Fayetteville’s Annual Telecomm Report: A question I probably should have asked last year | Street Jazz

Tuesday, December 9, 2008

Fayetteville’s Annual Telecomm Report: A question I probably should have asked last year

Posted By on Tue, Dec 9, 2008 at 9:57 AM

Preparing to write the annual Telcomm Report to the Fayetteviulle City Council - probably my last official act as TB chair - and a question occurred to me:

Why am I even writing the damn thing?

Granted, it’s required under the original ordinance setting up the Telecomm Board, but as far as I can determine, the TB is the only body of citizen volunteers in Fayetteville that is required to turn in a “What I did on my Summer Vacation” type of report to the City every year.

Isn’t that what meeting minutes are for?

What anal retentive lunatic slipped that requirement in?


Quote of the Day

"A tyrant must put on the appearance of uncommon devotion to religion. Subjects are less apprehensive of illegal treatment from a ruler whom they consider god-fearing and pious. On the other hand, they do less easily move against him, believing that he has the gods on his side": Aristotle


Arkansas Democrat-Gazette goes ice skating on lake Bigotry?

"We call Bombay ‘Bombay’ because that is its name in our language." - Griffin Smith, quoted in today’s Arkansas Democrat-Gazette.

Oh, yeah?

This was in response to a reader taking the paper to task for insisting on referring to the Indian city by its older name, rather than by the name Mumbai, which it formally changed to several years ago.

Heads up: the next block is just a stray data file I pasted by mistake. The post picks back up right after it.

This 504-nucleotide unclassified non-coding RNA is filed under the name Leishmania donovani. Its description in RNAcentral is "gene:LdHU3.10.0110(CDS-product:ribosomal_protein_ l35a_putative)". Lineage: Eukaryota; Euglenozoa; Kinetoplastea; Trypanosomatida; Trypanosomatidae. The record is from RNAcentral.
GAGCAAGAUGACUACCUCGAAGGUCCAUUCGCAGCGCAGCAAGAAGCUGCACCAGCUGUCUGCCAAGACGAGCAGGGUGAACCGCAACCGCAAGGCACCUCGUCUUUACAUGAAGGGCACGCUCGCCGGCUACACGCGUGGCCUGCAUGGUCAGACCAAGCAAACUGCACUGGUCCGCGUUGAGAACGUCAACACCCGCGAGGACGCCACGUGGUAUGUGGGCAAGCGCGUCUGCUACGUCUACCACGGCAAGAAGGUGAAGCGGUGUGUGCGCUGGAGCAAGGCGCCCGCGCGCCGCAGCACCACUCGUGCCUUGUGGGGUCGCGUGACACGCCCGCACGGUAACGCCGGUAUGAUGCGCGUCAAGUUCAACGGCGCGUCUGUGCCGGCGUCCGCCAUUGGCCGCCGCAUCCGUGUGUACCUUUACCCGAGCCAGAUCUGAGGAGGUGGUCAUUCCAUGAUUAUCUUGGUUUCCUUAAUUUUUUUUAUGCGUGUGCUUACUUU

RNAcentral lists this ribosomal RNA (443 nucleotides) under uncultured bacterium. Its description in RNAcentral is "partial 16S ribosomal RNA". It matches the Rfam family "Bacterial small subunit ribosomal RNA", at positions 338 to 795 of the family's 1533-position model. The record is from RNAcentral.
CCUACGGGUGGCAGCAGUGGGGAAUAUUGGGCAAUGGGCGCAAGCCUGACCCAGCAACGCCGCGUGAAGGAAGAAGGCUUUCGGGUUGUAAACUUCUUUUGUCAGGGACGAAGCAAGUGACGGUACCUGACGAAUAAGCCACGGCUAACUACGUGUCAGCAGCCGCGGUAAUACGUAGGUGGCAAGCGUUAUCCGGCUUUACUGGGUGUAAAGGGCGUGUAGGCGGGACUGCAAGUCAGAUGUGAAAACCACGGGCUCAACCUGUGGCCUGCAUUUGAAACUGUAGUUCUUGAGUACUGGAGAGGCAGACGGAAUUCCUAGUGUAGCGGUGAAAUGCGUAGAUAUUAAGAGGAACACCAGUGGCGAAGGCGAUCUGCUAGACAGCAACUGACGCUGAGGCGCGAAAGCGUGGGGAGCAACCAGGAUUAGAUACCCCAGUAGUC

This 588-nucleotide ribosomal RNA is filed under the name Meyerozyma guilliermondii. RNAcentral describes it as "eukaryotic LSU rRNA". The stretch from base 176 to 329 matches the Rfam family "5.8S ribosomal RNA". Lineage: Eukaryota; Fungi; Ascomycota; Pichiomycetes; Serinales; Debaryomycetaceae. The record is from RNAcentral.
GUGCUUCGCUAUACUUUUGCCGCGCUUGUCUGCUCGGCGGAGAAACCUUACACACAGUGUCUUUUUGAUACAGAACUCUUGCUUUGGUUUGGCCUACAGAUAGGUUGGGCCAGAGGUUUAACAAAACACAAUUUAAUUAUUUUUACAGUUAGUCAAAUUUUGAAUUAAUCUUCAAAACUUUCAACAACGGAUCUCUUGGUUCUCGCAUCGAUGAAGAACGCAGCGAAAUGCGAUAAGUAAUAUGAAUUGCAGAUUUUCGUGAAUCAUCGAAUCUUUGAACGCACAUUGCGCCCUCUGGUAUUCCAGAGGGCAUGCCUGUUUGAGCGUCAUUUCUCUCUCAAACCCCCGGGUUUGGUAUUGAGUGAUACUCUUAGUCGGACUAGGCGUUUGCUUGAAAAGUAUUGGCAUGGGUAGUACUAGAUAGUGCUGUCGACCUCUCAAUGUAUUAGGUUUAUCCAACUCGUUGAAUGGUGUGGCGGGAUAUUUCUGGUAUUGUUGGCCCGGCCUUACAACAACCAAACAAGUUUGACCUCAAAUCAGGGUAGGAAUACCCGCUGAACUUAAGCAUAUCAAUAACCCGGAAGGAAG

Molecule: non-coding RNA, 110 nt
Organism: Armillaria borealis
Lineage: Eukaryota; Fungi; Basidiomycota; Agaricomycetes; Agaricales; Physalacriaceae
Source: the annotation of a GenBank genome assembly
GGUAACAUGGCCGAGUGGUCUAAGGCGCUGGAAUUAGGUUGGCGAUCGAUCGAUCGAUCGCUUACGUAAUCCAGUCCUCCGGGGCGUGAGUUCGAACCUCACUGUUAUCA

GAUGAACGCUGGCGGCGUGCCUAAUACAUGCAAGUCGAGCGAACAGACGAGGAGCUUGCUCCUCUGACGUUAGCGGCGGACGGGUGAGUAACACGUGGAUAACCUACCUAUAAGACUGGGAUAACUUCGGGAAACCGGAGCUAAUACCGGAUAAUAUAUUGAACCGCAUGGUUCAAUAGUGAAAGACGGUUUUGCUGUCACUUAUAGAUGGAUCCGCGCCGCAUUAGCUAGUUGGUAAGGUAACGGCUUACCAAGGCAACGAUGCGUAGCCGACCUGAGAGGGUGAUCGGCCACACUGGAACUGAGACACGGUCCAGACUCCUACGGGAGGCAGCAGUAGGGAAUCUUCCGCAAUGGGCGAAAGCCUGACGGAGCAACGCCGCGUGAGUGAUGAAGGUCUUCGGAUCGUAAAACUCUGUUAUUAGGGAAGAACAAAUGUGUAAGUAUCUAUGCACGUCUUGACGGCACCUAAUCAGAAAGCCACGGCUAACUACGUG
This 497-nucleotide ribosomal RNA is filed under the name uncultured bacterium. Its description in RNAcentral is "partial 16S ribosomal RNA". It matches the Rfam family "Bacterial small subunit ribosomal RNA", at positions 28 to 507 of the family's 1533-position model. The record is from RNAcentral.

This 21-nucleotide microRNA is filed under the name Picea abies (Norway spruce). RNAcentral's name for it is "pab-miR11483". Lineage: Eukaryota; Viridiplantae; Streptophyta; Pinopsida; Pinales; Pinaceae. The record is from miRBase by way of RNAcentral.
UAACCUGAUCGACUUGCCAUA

The only possible response one might have is this:

One can’t help but notice the references to Beijing, rather than Peking. I wonder what convoluted logic the Arkansas Democrat-Gazette might use to explain that?


So - it’s not just me?

It was bound to happen sooner or later, I wonder if folks actually imagine what network they might be on?

For some patients, life is like a reality show
‘‘Truman syndrome’’ leads sufferers to think they are secretly taped for TV

updated 2:12 p.m. CT, Mon., Nov. 24, 2008
NEW YORK - One man showed up at a federal building, asking for release from the reality show he was sure was being made of his life.

Another was convinced his every move was secretly being filmed for a TV contest. A third believed everything —— the news, his psychiatrists, the drugs they prescribed —— was part of a phony, stage-set world with him as the involuntary star, like the 1998 movie "The Truman Show."

Researchers have begun documenting what they dub the "Truman syndrome," a delusion afflicting people who are convinced that their lives are secretly playing out on a reality TV show. Scientists say the disorder underscores the influence pop culture can have on mental conditions.

To read more:





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